US: Kirkus Reviews

[Read the original review from January 2017 on the Kirkus Indie website here]


About My Search for Happiness and the Truth in Life with Indian Gurus and Palm Leaf Astrologers

Lisbeth Ejlertsen
AuthorHouseUK (290 pp.)
$36.61 hardcover, $19.76 paperback, $4.99 e-book
ISBN: 978-1-5246-6656-9; January 28, 2017


In this debut book, a woman recounts her life-changing experiences during three visits to India, using her time spent with several gurus to introduce the culture and lessons of Indian spiritualism.

At age 22, Ejlertsen was seemingly just starting her life as an electronics engineer in Copenhagen, but already found herself struggling with depression.

Then two separate events occurred—a never-before-experienced moment of clarity, and a trip and fall that seemed somehow to occur in slow motion, outside her understanding of time and space.

These incidents, along with meeting a guru in Denmark, led Ejlertsen to India in 1994. There she studied under four gurus and saw a palm leaf, or Nadi Astrologer, who, using her thumbprint, found a scroll that purported to divine the happenings of her life.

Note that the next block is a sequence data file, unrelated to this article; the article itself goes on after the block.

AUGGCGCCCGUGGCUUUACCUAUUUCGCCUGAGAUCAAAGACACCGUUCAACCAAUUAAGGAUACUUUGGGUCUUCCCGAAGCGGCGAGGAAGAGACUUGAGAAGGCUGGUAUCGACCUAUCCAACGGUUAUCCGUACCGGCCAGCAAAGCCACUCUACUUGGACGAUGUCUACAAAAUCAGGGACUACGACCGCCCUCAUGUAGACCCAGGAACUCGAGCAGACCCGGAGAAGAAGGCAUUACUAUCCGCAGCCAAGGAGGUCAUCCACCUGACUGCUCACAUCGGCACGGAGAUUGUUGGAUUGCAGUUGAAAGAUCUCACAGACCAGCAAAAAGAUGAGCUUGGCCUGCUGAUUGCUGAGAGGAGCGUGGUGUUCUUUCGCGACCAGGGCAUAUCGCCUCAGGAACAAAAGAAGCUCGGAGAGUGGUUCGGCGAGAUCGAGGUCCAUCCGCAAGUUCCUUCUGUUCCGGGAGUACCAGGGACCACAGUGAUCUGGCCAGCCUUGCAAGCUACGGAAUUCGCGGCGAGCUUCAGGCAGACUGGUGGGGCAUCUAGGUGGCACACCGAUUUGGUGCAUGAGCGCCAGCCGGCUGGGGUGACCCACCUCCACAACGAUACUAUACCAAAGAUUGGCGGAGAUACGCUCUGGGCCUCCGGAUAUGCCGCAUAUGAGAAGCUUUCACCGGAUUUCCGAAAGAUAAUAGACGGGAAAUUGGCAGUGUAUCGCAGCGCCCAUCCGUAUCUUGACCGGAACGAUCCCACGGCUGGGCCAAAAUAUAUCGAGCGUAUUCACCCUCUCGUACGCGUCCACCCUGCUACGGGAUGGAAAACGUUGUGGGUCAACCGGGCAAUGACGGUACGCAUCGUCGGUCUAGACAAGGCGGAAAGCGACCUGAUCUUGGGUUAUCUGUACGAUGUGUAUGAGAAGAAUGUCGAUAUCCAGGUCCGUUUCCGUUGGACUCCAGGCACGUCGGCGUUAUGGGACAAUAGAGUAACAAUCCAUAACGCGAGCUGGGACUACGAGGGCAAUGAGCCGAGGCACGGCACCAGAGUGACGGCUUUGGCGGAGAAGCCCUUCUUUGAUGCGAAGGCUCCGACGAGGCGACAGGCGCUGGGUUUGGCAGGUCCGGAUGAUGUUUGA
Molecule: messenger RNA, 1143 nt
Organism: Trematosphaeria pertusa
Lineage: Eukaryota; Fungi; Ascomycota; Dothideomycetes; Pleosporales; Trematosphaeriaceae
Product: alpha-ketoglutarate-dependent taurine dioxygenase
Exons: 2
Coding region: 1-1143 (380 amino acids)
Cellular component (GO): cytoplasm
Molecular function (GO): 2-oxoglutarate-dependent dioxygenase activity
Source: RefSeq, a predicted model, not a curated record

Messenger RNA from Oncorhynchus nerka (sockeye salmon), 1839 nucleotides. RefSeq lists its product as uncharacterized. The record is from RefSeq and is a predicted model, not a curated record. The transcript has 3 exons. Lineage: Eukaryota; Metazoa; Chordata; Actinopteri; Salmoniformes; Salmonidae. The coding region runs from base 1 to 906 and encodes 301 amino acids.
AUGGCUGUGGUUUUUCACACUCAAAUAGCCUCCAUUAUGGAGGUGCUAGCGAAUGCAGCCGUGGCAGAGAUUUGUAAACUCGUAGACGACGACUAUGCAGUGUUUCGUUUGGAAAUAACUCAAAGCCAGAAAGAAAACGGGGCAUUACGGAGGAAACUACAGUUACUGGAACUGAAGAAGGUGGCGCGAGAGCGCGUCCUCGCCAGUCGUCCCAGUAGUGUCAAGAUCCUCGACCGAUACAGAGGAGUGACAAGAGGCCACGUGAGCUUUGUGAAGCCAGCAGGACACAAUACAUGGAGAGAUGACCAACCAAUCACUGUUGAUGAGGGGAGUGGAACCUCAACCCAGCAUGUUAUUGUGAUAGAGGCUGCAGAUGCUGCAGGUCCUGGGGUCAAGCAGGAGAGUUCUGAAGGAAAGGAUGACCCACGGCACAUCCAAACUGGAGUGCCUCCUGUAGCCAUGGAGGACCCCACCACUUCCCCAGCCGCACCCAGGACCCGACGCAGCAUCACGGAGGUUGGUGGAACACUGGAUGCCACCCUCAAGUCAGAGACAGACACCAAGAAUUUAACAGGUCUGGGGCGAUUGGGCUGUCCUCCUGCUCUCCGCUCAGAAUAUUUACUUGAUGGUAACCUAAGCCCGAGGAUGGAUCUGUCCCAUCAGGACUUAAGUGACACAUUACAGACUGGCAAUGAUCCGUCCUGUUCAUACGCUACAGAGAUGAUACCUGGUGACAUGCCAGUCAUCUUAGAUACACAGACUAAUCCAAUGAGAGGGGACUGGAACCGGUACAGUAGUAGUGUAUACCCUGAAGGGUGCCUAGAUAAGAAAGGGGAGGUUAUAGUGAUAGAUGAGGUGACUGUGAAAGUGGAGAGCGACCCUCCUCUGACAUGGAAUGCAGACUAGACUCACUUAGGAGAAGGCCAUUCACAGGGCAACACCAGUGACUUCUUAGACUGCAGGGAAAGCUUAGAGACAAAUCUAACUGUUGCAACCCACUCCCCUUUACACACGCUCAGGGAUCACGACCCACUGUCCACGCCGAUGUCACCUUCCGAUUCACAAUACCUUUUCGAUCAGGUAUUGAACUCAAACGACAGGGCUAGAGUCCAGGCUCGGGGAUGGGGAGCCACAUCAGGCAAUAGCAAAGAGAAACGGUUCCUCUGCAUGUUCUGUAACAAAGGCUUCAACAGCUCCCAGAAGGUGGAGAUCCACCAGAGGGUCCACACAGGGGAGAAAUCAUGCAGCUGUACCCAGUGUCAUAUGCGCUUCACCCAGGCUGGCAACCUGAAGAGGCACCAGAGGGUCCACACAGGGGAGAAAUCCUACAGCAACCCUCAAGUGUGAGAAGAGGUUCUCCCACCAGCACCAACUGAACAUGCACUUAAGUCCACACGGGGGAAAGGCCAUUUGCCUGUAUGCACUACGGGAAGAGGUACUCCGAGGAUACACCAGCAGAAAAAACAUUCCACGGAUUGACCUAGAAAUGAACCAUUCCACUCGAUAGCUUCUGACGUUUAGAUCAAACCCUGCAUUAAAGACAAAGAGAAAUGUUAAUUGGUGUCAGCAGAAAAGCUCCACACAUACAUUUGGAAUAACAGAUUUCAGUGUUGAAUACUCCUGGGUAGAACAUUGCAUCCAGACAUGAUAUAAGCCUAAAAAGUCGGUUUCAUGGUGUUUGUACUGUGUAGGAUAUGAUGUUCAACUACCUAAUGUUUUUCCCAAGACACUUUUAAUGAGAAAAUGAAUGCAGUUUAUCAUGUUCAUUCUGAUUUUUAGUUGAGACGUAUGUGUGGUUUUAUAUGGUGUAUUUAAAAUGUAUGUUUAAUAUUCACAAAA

She would discover her spiritual Master Chariji in ’95, and return to India on two more occasions. There, she gleaned much about the subcontinent’s rich history and Chariji’s specific form of transmission-based meditation, lessons she recounts in this, her second English edition of the book.

Taking place over her 20-plus years of exploration of India’s spiritual culture, Ejlertsen’s work is not strictly a memoir. The first three chapters act as a thorough primer, introducing the ancient texts known as the Vedas, their supplementary Upanishads, the Yoga Sutras, and their connection to Hinduism, from its history to its practice.

Palm leaf astrology is heavily examined, with the author’s own firsthand experiences giving a stirring and intimate view of the fortunetelling process.

Much of the rest is made up of quotations from Chariji, and of his Master, Babuji, charismatic gurus the author is clearly passionate about, even if some of the breakdowns of their words seem dry in comparison. This is mitigated somewhat by the book’s own contention that its content need not be taken linearly.

The work brims with useful supplemental resources, including extensive citations, black-and-white photographs and illustrations, locations and contact information for many of the gurus Ejlertsen encountered, and most impressively links and QR codes for a full multimedia experience.

Despite being labeled Volume 1, a robust resource of Indian spiritualism all on its own.